At precisely 8:13PM eastern time on the evening of October 28, 2003, a lonely 19-year old schoolboy took to the Internet to complain about the latest love interest who had left him dejected and angry.
“Jessica,” he wrote to the precisely zero people who paid attention to his LiveJournal blog, “is a bitch. I need to think of something to take my mind off her. I need to think of something to occupy my mind. Easy enough, now I just need an idea.”
It took about 90 minutes… and a fair amount of booze… for inspiration to strike. And by 9:48PM he wrote an updated post, describing his “idea”.
He wanted to hack into the school’s official servers and download the photographs of every student on campus; he would then write a program that would randomly select two of those photos, place them side-by-side on a website, and allow other students to vote on who was more attractive.
At 11:09PM, his new website was complete. He called it FaceMash, and it attracted 22,000 page views in the first four hours.
The website’s creator, of course, is Mark Zuckerberg. And his FaceMash site eventually went on to become Facebook (originally called ‘The’ Facebook).
It was an instant sensation among users and quickly began to attract venture capital firms. Investor Peter Thiel bought 10% of the company for $500,000 the following year, in September 2004.
Three years later it was worth $15 billion. And when the company went public in May of 2012, it was worth more than $100 billion.
Today Facebook’s stock market capitalization is about $350 billion. So investors who bought in at the IPO 12 years ago have made about 3.5x their money, or about 12% per year. That’s a very solid return.
And of course, investors who were able to buy Facebook shares when it was still private are up 20x or more, which is incredible.
But returns like this are nothing compared to another investment where you can easily and consistently return 100x to 1,000x.
I’m talking about tomatoes.
Yes I’m serious.
Think about it: you can buy a pack of 100 organic, non-GMO ‘beefsteak’ tomato seeds for about three bucks (real price at WalMart). That works out to be 3 cents per seed.
It takes minutes (really seconds) to plant a tomato seed, after which, within a week or two, life will come bursting out of the soil. Before long, a full, healthy plant will have grown and begin producing tomatoes.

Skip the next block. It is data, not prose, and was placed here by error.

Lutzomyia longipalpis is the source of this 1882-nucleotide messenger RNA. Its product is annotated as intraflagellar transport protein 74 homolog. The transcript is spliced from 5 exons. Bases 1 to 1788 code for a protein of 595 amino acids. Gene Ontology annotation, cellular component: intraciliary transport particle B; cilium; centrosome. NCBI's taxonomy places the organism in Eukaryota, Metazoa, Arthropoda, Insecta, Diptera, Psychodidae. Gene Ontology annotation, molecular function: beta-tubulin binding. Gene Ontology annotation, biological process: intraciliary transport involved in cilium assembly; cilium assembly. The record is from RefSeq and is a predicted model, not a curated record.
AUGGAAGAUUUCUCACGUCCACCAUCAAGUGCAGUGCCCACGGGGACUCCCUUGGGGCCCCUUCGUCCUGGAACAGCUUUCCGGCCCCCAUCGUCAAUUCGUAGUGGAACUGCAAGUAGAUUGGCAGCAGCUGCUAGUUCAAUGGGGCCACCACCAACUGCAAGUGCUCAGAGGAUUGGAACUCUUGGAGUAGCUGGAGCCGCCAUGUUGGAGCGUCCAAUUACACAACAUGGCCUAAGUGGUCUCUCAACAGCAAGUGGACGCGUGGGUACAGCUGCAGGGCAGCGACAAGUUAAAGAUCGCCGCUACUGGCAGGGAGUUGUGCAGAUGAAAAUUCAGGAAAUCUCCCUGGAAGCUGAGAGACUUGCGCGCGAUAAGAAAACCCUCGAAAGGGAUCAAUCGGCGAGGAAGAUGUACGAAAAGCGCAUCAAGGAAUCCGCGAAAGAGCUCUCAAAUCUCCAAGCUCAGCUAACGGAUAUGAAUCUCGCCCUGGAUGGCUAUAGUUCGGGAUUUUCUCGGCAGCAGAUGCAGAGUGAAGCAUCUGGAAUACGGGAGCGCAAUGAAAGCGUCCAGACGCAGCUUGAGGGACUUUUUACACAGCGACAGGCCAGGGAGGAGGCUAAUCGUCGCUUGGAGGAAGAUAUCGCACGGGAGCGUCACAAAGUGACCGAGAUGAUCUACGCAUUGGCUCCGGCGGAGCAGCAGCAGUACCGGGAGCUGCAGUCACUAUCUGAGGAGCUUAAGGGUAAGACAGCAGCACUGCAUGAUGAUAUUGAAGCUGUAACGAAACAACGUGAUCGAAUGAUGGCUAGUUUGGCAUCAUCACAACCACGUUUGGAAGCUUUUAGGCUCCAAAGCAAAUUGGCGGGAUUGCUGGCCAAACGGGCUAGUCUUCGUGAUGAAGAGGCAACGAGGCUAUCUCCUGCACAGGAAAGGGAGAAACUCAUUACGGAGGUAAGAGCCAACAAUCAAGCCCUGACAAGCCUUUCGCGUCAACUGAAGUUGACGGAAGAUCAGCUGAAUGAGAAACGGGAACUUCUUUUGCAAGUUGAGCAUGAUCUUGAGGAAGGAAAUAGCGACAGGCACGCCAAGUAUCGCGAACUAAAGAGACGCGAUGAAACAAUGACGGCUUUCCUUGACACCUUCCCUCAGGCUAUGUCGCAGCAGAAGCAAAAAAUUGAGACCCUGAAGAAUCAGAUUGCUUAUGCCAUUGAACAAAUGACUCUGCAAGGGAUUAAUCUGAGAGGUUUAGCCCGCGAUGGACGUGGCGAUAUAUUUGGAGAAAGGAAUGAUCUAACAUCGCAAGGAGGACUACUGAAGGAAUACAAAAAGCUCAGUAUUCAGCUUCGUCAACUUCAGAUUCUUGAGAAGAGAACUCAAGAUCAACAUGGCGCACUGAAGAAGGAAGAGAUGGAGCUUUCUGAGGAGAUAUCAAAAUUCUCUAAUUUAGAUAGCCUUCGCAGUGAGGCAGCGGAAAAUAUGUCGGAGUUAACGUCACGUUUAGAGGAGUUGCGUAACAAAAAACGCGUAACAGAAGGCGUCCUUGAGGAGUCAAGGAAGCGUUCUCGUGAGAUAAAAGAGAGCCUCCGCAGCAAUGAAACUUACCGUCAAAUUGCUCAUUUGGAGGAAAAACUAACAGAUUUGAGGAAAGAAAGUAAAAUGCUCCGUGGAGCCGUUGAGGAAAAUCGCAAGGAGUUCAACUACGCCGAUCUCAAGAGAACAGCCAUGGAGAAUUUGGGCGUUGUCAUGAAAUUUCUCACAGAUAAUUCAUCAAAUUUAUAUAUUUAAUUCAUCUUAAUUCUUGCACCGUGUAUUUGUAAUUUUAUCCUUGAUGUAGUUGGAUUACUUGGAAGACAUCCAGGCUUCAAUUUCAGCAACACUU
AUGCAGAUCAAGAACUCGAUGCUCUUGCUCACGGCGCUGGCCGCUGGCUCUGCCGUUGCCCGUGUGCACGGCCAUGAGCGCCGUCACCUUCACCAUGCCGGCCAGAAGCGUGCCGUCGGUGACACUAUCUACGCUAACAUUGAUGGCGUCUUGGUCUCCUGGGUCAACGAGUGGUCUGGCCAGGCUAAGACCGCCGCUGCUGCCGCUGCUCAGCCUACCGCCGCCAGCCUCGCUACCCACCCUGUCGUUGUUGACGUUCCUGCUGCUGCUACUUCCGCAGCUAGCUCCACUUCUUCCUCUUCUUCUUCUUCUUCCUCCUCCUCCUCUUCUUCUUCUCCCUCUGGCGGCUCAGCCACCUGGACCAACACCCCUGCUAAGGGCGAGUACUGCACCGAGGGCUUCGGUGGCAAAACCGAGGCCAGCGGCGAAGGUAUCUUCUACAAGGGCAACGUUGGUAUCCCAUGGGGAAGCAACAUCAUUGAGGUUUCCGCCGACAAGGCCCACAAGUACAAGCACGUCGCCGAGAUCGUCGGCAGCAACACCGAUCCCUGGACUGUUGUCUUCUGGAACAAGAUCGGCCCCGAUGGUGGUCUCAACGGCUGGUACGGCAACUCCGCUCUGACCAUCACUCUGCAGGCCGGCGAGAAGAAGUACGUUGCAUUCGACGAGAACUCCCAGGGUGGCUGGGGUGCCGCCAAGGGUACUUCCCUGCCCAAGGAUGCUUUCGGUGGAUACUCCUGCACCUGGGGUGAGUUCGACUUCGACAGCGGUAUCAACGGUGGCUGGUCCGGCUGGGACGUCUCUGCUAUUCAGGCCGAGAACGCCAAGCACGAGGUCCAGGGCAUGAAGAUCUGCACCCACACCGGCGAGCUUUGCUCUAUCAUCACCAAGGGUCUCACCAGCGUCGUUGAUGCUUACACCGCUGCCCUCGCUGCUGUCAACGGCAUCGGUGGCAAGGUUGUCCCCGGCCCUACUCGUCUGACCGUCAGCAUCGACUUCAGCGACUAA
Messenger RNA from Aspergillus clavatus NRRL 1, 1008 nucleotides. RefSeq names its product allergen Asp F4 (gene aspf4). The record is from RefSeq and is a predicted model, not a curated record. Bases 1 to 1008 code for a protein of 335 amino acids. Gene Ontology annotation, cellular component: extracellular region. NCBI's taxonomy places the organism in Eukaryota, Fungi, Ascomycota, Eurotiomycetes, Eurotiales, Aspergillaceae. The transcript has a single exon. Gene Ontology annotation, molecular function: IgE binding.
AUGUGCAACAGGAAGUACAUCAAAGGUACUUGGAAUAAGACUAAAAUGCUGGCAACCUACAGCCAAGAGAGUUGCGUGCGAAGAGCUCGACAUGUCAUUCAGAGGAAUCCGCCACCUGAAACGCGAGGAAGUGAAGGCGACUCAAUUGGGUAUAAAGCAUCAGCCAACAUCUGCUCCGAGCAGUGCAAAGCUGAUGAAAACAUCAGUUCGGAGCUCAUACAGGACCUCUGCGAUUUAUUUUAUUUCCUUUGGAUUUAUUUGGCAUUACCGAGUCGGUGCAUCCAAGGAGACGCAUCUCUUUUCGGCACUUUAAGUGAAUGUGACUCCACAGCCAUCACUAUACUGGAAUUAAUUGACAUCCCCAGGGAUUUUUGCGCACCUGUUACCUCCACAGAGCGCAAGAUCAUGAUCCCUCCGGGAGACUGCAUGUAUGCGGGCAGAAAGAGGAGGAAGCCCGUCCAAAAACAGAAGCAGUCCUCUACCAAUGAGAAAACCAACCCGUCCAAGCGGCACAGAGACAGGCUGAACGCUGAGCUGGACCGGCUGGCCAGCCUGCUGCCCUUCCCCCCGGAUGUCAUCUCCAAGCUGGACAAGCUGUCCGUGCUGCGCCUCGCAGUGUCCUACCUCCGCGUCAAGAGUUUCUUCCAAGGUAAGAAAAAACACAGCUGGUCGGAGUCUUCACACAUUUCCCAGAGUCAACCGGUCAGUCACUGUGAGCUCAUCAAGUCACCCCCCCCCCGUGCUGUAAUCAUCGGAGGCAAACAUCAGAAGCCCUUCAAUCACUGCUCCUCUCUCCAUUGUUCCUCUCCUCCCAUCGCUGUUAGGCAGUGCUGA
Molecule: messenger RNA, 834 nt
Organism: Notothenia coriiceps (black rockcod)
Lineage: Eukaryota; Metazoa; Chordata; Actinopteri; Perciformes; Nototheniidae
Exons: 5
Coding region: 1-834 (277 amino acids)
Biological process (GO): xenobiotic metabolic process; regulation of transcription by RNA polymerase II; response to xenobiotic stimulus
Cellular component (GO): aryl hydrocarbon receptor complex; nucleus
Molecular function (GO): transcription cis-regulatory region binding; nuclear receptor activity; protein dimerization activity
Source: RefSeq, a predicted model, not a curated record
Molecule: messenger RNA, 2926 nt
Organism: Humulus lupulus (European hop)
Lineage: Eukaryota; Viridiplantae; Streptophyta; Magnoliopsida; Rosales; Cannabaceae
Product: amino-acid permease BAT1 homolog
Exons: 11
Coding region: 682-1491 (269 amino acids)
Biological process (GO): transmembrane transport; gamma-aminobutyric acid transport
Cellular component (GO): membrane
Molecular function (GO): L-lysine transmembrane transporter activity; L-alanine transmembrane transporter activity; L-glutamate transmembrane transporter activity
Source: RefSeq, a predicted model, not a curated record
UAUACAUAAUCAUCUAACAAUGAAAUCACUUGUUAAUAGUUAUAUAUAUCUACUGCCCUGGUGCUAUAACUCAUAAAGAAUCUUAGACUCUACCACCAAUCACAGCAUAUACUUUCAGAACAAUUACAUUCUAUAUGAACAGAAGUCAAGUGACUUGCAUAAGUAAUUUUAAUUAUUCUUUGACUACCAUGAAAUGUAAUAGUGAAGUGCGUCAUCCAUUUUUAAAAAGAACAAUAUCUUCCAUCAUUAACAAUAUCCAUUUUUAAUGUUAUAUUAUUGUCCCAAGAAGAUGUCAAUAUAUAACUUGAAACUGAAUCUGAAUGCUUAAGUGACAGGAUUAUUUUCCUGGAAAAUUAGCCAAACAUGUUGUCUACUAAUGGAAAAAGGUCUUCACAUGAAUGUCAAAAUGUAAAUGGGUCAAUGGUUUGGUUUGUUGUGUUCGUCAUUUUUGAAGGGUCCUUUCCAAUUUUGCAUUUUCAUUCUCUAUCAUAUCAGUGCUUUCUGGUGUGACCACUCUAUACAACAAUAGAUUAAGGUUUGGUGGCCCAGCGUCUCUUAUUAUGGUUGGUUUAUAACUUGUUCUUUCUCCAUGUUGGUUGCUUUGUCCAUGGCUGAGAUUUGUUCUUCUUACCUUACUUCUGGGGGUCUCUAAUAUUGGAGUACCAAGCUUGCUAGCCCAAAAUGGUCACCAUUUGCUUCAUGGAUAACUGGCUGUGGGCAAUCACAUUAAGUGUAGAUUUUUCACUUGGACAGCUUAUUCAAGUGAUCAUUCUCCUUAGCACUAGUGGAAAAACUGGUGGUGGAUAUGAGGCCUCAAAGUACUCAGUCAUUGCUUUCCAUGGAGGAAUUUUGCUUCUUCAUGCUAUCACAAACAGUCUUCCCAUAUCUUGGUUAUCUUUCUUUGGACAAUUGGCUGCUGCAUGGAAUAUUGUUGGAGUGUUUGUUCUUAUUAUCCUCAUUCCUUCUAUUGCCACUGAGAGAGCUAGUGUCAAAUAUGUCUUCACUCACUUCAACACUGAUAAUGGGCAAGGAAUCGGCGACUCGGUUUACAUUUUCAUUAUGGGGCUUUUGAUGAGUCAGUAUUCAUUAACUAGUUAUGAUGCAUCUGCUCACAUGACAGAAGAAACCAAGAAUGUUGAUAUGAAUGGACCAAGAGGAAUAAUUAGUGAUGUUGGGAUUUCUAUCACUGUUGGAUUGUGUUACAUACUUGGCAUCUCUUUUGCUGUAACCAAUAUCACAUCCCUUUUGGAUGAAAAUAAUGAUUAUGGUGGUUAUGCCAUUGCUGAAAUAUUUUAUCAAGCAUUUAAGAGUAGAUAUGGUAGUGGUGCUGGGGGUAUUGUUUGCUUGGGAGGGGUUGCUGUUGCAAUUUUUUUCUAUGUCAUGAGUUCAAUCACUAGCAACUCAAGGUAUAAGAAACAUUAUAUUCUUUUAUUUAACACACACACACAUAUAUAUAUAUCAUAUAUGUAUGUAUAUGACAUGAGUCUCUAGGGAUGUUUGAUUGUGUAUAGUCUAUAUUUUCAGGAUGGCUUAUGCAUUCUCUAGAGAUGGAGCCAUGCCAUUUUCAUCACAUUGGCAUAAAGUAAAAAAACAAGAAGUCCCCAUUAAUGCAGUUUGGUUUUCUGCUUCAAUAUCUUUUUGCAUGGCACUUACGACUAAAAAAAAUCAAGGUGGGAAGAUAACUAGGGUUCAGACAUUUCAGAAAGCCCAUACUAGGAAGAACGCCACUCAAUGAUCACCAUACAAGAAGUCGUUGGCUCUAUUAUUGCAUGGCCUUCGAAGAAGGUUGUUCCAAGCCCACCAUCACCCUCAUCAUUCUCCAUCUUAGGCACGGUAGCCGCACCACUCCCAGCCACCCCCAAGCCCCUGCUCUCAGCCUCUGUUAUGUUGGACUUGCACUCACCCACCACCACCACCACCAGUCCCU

One plant can yield about 10 pounds of tomatoes. And even at a discount grocer, organic tomatoes cost at least $2.50 per pound.
So from a single seed (3c investment), you get $25 worth of tomatoes… a return of 833x. And given how quickly tomatoes grow, you can generate that 833x return in about four months. Pretty astonishing.
Now, tomatoes obviously require a little bit of work. They need some water, and, depending on where you live, occasional weeding and de-pesting.
But any investment requires work. Even owning Facebook stock means keeping up with quarterly reports and earnings calls (which any investor should absolutely be doing). And frankly it’s a lot more fun to be out in the garden than analyzing a company’s annual financial audit.
It’s not just tomatoes either. A lot of micro-scale agriculture comes with ridiculously high returns.
An egg-laying chicken, depending on breed, can run around $30 (though some are cheaper and others more expensive).
Chickens lay roughly 1 egg per day under the right conditions. And at roughly 30c per free-range, organic egg at the grocery store, your investment return works out to be 1% PER DAY. Junk bonds, by comparison, yield around 8% per year.
Fruit trees are another great example. A backyard apple tree can cost around $20 to $30, and, depending on species and other factors, it can yield about 50 pounds per season after several years once it begins bearing fruit.
At $1.50 per pound of organic apples, that’s $75, or about 3x per season. And the trees can produce for decades… so you could end up making 100x or more, while also increasing the value of your home.
Now, my point here isn’t to encourage you to become a tree farmer or to start raising chickens in your backyard… and certainly not to abandon sensible financial investments.
(Nor do I want to trivialize agriculture; just like any other kind of investing, you have to know what you’re doing in order for it to work.)
But we do live in a bizarre world where pessimism seems to be a dominant force. And it’s easy to understand why.
This ridiculous war is dragging on forever. Inflation is still far too high. Politicians are still far too destructive. Corporate layoffs are piling up. The stock market is falling.
Plus everyone seems to be talking about recession. ‘Experts’ are making predictions about how likely it will happen, when it will come, how severe it will be, etc. Their gloom is almost becoming a self-fulfilling prophecy.
The anticipation alone is agonizing; these forecasts for recession are like waiting on pins and needles for the oncologist to call with our cancer screening results: good or bad, we just want to get on with it already.
So it’s easy to feel frustrated these days, and even a little bit out of control.
And my comments on micro-scale agriculture are really just to show that there are small opportunities available to us every day to take back control.
It doesn’t have to be complicated or exotic.
Something as simple as planting a tomato seed is an easy way to start taking back control… while generating a return that makes Facebook stock look pitiful by comparison.
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